Monday, October 09, 2006

Since the version 1.1 of the .NET framework I have been mesuring the performance of my code using the same simple pattern. This basically was something like this:

DateTime begin = DateTime.Now;
DoSomething();
DateTime end = DateTime.Now;
TimeSpan duration = end - begin;

For long running tasks it was good enough, but if a task was very short, often the difference between the begin and end was 0.

Such as the following code:

private void DoSomething()
{
   
int a = 1;
   
for (long i = 0; i < 100; i++)
   {
      a = a + a - 1;
   }
}

Which's duration allways equals to 0 on my, not so fast, machine.

Of course this is a known "feature" of the DateTime now in that it is far from perfect for messuring short periods of time.

So how do you messure the performance of your code without calling some unmanaged functions? Is it at all possible? In 1.1 I do not think so, but fortunately .NET 2.0 comes with a new class called Stopwatch.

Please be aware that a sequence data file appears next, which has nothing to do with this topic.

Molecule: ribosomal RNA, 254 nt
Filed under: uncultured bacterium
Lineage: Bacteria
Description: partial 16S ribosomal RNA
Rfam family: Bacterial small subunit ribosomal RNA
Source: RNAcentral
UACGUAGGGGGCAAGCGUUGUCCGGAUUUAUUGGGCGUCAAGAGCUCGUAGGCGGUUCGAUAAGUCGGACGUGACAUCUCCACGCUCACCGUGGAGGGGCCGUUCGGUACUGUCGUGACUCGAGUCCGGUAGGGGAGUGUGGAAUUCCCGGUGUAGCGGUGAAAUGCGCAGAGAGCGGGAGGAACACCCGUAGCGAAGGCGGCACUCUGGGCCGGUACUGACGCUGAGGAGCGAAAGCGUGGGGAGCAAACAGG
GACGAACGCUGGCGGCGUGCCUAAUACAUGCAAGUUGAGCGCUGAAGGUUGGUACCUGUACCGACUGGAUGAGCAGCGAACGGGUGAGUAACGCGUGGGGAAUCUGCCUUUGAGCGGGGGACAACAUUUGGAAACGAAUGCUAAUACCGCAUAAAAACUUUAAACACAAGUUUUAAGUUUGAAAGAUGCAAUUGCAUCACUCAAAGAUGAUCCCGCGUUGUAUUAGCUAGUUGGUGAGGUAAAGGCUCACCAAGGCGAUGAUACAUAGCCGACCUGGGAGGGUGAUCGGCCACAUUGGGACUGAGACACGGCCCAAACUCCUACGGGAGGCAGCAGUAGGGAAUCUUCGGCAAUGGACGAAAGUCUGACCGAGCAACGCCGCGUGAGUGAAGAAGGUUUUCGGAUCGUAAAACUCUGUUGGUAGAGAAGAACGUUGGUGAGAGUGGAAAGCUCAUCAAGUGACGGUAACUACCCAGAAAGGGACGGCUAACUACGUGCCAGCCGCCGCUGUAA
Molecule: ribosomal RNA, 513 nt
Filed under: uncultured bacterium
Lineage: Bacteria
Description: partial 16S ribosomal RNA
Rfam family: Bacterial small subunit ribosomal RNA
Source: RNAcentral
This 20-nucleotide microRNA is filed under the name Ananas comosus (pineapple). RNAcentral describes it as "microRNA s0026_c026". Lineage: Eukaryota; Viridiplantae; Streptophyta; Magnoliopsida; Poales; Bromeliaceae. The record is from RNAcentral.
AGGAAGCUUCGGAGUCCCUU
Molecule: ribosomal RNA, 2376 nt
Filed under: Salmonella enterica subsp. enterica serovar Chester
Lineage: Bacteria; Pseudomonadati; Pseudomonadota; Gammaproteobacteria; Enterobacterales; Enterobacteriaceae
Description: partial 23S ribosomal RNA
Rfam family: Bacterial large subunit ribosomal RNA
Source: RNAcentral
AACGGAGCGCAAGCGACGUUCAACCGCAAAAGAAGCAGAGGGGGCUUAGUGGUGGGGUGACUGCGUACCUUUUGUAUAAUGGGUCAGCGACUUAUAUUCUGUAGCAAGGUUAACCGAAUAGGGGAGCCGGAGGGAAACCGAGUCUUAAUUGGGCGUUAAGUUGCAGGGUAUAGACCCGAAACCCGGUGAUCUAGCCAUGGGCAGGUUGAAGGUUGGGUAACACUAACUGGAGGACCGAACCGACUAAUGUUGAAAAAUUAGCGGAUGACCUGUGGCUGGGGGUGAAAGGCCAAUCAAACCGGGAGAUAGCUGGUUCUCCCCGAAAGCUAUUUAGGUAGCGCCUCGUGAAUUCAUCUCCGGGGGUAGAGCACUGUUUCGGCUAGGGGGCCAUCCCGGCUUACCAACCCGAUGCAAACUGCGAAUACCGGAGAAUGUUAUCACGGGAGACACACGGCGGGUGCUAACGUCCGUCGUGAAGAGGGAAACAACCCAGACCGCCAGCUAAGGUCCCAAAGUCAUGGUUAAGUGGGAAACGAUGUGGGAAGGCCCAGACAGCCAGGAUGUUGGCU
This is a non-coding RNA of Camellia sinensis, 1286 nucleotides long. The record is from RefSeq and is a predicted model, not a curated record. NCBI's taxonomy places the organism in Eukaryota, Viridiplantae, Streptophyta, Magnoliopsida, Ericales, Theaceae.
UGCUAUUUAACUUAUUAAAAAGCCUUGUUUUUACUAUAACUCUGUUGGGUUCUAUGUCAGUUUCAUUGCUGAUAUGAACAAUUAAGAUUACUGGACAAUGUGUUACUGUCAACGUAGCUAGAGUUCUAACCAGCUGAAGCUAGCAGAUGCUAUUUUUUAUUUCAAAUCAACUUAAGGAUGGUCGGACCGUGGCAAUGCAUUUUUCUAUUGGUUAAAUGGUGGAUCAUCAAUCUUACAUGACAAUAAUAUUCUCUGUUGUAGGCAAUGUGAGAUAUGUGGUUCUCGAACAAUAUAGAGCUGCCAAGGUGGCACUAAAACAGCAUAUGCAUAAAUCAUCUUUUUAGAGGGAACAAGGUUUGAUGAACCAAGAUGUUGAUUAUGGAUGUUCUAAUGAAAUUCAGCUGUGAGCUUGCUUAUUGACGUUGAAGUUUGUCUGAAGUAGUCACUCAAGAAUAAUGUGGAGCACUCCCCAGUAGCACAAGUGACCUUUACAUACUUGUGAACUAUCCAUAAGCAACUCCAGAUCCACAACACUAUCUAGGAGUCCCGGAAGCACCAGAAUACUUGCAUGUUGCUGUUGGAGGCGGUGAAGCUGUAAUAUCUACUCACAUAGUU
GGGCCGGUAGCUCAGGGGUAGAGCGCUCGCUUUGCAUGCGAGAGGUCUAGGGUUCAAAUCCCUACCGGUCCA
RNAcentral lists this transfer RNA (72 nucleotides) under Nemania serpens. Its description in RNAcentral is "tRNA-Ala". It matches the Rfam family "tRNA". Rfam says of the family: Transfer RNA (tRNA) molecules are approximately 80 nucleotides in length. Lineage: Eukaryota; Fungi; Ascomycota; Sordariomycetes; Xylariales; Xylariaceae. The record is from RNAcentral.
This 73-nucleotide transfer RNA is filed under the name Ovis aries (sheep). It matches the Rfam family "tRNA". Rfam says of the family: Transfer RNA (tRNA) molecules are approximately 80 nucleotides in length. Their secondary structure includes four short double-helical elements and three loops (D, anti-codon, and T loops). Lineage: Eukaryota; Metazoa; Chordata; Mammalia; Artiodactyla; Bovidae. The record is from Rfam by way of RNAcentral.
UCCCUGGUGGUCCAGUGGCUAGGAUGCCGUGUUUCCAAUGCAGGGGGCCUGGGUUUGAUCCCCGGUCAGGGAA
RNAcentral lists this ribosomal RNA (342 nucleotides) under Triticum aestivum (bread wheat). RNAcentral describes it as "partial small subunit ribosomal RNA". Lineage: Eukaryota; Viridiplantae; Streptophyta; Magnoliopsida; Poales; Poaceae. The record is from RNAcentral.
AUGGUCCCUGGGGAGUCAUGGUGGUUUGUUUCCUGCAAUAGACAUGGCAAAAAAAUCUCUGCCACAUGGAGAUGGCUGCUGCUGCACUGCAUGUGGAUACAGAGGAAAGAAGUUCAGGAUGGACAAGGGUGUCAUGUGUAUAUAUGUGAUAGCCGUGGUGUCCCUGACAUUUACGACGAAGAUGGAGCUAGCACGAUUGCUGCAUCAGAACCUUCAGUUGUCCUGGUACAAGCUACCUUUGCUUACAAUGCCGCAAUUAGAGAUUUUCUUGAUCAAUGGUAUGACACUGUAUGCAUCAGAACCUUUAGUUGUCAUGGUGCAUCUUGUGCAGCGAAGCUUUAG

The Stopwatch type is defined in the System.Diagnostics namespace and "Provides a set of methods and properties that you can use to accurately measure elapsed time" (MSDN). The code above used the imperfect DateTime.Now can now be written as follows:

Stopwatch sw = new Stopwatch();
sw.Start();
DoSomething();
sw.Stop();
TimeSpan duration = sw.Elapsed;

Beside the fact that the duration will be much more accurate, the Stopwatch offers you a cleaner API to messure your time.

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